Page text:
Wednesday, 20 June 2018

Apprentice diary: the weighing of the shrew

It’s a busy time on the reserve, as shorebird season demands so much of our energies, and at times I forget that there is anything but sand and shore and little terns. Last week, though, meant a break from shorebird wardening and a trip to the island to assist volunteer Veronica with a small mammal survey. 

I drove the work van across the causeway - very slowly - it’s still new to me and feels very strange to be so high up. Steering the whale very slowly into the car park, I spotted Veronica, wearing a bright yellow mackintosh. We waved.

I walked over, apologising - I’m afraid I don’t know anything about small mammal surveying but I’ll help however I can! Veronica smiled. These are the small mammals we have in the UK - she passed me a fold-out picture guide. And these are the shrews and rodents we’d expect to find here. I pricked up my ears. Aren’t shrews rodents? It would seem not. 

I had, I realised, come to define rodent as meaning ‘small furry creature resembling a mouse’. And somehow, over the years, there had never been cause to change this workable, but quite wrong, definition. Rodents (for those who don’t know) are characterised by their constantly growing incisors - the name comes from the Latin ‘rodere’, to gnaw. Shrews, on the other hand, are insectivores and play quite a different role in an ecosystem. Not just mice with long noses, I realised.

We gathered our kit - bedding, bait, one bucket, one large plastic bag, one small freezer bag, one set scales - and set off for the dunes. The traps were marked with ribbons, Veronica told me, pointing one out. I looked and looked again, then spotted it - a tiny slip of ribbon tied around some Marram grass. At its base, well concealed by mosses and grass, the Longworth trap. 

Longworth small mammal traps are one of the most commonly used - comprised of a box filled with bedding and bait, and a corridor section with a door which can be set to remain open or to shut when a point in the trap is triggered. These traps had initially been put out for prebaiting, with the door not triggered to shut - allowing the small mammals to discover the existence of a splendid new food supply and run in and out at will. To tempt them: sunflower seeds for the rodents (kibbled so the seeds don’t germinate and sprout sunflowers in the dunes); fruit to relieve thirst; and blow fly casters for the shrews. A few hours earlier, these traps had been baited and triggered and we were now off to see whether anything had been found.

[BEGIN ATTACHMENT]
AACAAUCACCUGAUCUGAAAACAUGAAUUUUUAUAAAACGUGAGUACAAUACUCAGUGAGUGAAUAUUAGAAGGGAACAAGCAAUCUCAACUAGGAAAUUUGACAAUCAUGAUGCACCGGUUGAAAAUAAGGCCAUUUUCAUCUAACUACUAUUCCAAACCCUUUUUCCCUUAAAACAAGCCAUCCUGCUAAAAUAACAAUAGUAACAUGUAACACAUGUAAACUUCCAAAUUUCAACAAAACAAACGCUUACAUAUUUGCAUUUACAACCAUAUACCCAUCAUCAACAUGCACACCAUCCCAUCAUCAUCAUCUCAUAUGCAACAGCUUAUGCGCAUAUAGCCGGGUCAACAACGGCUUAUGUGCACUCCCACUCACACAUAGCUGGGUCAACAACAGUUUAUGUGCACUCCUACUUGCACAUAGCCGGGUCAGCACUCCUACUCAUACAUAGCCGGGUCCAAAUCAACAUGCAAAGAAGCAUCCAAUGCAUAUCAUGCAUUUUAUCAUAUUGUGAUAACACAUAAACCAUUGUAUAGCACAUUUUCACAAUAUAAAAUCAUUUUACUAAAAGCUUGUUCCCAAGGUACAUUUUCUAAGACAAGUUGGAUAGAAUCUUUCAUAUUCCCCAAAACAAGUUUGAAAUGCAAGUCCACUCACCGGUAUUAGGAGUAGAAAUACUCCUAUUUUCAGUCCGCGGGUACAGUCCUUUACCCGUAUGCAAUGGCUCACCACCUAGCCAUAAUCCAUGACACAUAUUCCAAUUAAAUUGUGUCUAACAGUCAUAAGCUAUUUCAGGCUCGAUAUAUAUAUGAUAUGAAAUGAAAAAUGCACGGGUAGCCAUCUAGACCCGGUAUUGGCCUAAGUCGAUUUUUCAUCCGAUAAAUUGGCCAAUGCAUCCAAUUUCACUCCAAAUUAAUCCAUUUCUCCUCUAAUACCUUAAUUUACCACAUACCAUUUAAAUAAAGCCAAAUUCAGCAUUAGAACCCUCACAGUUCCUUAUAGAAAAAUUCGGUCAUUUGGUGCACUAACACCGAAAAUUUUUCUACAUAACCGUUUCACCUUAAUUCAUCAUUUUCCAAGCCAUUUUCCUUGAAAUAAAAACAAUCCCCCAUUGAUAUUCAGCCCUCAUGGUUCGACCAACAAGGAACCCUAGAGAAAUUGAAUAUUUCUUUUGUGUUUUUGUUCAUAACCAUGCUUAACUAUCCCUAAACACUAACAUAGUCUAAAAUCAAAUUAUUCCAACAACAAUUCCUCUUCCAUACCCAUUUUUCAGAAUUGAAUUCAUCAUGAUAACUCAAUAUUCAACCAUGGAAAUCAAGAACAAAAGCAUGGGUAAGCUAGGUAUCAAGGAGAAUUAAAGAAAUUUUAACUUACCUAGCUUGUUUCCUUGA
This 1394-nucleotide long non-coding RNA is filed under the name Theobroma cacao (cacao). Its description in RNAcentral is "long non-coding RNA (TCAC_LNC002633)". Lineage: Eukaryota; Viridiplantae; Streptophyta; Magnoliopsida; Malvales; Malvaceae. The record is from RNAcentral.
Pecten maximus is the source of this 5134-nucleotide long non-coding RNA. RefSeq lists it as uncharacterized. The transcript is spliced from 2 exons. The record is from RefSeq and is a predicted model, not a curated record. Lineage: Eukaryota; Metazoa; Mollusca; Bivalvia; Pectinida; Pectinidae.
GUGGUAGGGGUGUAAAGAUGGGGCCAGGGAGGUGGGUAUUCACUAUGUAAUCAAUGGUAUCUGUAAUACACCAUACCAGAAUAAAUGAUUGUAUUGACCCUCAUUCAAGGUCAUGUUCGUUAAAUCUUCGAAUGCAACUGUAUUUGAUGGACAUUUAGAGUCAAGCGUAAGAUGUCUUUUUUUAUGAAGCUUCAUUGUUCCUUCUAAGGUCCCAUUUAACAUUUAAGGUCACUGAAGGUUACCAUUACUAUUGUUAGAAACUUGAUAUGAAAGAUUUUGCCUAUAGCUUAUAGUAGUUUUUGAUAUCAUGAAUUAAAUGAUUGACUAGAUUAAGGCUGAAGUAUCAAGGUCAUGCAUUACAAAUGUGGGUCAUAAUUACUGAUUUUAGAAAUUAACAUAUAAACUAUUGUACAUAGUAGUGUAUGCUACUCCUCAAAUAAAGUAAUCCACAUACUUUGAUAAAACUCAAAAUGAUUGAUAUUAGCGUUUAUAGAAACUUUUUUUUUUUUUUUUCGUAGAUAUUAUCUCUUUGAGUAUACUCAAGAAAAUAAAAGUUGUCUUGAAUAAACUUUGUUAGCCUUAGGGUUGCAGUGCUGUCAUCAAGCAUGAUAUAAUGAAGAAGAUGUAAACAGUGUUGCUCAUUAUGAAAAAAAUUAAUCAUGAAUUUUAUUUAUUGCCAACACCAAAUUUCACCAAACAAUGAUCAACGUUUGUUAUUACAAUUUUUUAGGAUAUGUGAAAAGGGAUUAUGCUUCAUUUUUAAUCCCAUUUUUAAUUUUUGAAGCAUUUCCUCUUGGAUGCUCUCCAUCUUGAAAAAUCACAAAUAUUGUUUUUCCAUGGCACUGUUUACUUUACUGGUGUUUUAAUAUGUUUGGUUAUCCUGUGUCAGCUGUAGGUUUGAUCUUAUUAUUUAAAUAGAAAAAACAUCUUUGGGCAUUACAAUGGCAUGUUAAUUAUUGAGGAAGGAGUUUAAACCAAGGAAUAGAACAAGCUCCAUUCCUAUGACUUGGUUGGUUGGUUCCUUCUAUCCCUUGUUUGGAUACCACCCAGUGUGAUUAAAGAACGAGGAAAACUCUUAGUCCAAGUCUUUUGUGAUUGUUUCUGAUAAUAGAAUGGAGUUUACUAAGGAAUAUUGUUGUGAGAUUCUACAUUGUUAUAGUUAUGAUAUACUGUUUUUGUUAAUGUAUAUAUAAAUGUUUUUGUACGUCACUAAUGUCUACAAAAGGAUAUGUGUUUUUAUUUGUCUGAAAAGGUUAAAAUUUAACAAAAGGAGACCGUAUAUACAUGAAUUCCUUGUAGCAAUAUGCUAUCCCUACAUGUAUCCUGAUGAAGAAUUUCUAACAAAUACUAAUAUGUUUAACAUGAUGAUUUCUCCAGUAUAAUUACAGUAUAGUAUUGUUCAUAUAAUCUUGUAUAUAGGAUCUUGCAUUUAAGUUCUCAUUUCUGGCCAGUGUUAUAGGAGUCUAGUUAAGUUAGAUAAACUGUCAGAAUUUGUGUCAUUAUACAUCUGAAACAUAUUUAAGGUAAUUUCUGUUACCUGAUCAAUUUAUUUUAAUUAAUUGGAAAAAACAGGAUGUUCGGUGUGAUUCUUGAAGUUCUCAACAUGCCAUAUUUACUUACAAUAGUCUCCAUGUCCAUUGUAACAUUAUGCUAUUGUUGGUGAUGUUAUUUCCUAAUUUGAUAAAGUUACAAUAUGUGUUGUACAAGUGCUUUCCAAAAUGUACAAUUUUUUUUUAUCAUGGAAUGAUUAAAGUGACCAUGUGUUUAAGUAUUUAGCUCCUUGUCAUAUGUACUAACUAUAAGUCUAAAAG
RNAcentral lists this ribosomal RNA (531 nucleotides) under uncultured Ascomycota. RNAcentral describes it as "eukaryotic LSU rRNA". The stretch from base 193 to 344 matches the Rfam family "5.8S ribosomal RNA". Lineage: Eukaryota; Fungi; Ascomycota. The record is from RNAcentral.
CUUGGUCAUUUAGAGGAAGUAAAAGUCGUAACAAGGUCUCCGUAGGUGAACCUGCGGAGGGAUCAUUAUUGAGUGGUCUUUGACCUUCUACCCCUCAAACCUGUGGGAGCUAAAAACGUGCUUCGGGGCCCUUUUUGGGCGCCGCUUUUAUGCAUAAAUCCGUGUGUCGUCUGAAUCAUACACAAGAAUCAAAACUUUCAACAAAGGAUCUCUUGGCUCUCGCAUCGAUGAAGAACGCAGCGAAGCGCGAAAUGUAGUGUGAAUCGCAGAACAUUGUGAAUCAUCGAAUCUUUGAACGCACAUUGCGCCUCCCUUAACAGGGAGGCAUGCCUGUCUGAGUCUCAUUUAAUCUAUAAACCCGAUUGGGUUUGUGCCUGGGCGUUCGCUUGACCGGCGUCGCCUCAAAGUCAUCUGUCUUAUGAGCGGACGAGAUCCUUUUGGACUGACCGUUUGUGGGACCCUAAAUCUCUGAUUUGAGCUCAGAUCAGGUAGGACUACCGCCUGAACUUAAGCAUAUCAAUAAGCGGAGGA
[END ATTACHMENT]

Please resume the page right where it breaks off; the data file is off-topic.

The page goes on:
There probably won’t be anything, cautioned Veronica - they’re mostly active at night time or dawn and dusk. It was - I checked my phone - exactly noon. So perhaps not. But as we reached the first box, Veronica checked the door. It was shut. It could be a misfire but - she looked inside - we had something.

Placing the trap at the bottom of the large transparent plastic bag, Veronica unhooked the corridor section from the main trap and gently angled the trap. Slowly, a bundle of bedding, bait, and one small furry slid out. It was a shrew - a common shrew, to be precise - tiny, scurrying and, it seemed, absolutely furious. Nobody does indignant quite like a shrew, I thought, watching its nose quiver as it looked up at the enormous, rude humans who had disturbed its luncheon. How dare we? 

A gloved Veronica scruffed the shrew - catching it, holding it carefully in one hand and then gently decanting it into, of all things, a small freezer bag. She then clipped scales onto the top of the bag. 5 grams? She asked. I confirmed. 5 grams. The weight of a twenty pence piece. It really was very tiny. Veronica confirmed identification - a juvenile common shrew, too young to easily sex. And then, release - and with a wriggle into the undergrowth, it was gone. 

On to trap number two - three - four - and all the way to twenty seven, seeking ribbons in the long grass. All but trap no.1 were - unsurprisingly - empty. Beginner’s luck had served me well. Longworth traps must be checked every four hours - we would return later that afternoon, and then Veronica would check again, and again, into the night. She has carried out these surveys in spring and autumn for the past 9 years, forming a picture of the situation for small mammals on the island. 

We said goodbye in the parking lot. I thanked her, and drove away, smiling. I love to learn and it is a joy to meet someone so generous with knowledge and time. And I saw a shrew! I look forward to the autumn. 

1 comment:

  1. Excellent account. ANY encounter with wildlife is marvellous but that first of a species is just that little more special.